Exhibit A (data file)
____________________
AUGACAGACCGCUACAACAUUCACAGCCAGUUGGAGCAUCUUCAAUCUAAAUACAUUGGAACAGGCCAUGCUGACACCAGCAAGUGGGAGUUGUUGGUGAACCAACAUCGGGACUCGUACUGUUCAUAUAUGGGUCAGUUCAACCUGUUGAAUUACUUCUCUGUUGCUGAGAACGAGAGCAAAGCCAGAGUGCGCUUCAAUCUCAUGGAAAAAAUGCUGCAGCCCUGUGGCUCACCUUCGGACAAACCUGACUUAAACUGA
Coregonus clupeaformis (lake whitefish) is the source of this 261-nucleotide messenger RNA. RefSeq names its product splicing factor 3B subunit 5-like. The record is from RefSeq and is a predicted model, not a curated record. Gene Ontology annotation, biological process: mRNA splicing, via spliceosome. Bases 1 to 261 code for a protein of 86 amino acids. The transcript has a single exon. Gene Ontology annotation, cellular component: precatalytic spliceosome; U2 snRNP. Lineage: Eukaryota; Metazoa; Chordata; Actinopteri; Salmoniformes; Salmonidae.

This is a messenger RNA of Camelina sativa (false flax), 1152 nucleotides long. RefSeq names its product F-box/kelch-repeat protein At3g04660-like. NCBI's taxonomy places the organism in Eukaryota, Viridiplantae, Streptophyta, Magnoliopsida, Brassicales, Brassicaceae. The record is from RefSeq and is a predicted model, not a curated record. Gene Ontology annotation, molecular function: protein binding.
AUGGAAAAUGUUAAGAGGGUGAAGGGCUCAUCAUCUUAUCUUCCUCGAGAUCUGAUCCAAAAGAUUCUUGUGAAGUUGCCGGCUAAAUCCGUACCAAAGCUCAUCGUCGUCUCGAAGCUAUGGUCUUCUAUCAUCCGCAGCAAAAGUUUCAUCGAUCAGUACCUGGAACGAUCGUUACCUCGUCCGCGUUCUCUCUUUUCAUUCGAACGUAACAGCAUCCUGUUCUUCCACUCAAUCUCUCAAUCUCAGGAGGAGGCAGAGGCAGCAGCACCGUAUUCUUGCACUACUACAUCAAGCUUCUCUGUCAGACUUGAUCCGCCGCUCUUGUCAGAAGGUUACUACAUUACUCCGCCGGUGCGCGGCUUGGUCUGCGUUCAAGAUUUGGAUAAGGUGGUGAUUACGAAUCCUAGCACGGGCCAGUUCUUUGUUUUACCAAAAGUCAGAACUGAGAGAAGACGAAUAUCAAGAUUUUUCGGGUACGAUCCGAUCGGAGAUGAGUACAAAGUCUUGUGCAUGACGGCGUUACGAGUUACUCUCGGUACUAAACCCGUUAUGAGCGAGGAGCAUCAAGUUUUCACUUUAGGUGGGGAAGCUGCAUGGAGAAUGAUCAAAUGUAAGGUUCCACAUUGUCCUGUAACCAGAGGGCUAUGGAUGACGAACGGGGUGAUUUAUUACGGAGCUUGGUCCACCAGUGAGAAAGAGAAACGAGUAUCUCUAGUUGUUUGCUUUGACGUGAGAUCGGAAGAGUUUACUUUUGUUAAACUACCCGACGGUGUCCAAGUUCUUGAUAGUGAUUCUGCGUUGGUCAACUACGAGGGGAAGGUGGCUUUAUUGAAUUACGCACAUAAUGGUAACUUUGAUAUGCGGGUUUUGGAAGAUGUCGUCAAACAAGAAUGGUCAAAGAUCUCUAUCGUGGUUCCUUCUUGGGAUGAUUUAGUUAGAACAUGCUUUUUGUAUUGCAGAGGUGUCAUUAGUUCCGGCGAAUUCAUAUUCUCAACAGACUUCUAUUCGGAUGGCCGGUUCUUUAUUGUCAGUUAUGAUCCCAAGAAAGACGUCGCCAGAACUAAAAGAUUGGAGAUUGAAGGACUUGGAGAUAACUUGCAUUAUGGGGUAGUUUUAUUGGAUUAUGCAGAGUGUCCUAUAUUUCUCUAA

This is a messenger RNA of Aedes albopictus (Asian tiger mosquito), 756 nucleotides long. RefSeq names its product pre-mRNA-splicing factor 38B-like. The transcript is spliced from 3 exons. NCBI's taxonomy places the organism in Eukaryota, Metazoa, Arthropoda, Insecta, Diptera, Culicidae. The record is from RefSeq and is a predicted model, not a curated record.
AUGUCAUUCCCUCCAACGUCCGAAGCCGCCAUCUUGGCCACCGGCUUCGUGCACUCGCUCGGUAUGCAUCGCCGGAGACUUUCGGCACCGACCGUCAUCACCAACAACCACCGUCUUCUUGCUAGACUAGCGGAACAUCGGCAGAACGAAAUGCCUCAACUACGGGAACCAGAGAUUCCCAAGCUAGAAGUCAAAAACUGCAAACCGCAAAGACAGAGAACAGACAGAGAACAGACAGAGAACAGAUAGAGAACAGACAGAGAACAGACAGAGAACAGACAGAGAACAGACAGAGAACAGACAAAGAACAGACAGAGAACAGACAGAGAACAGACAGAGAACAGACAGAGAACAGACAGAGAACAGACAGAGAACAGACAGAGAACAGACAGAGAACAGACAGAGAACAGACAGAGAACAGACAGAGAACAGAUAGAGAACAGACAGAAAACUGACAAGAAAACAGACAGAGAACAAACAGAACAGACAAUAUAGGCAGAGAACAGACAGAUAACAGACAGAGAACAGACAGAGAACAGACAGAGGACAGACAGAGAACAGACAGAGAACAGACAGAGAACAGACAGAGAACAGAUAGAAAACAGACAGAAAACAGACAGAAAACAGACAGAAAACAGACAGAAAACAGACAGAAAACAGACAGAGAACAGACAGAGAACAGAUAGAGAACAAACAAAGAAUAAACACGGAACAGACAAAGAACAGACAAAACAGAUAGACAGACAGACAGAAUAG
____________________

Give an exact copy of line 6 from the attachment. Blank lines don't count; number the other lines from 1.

AUGUCAUUCCCUCCAACGUCCGAAGCCGCCAUCUUGGCCACCGGCUUCGUGCACUCGCUCGGUAUGCAUCGCCGGAGACUUUCGGCACCGACCGUCAUCACCAACAACCACCGUCUUCUUGCUAGACUAGCGGAACAUCGGCAGAACGAAAUGCCUCAACUACGGGAACCAGAGAUUCCCAAGCUAGAAGUCAAAAACUGCAAACCGCAAAGACAGAGAACAGACAGAGAACAGACAGAGAACAGAUAGAGAACAGACAGAGAACAGACAGAGAACAGACAGAGAACAGACAGAGAACAGACAAAGAACAGACAGAGAACAGACAGAGAACAGACAGAGAACAGACAGAGAACAGACAGAGAACAGACAGAGAACAGACAGAGAACAGACAGAGAACAGACAGAGAACAGACAGAGAACAGACAGAGAACAGAUAGAGAACAGACAGAAAACUGACAAGAAAACAGACAGAGAACAAACAGAACAGACAAUAUAGGCAGAGAACAGACAGAUAACAGACAGAGAACAGACAGAGAACAGACAGAGGACAGACAGAGAACAGACAGAGAACAGACAGAGAACAGACAGAGAACAGAUAGAAAACAGACAGAAAACAGACAGAAAACAGACAGAAAACAGACAGAAAACAGACAGAAAACAGACAGAGAACAGACAGAGAACAGAUAGAGAACAAACAAAGAAUAAACACGGAACAGACAAAGAACAGACAAAACAGAUAGACAGACAGACAGAAUAG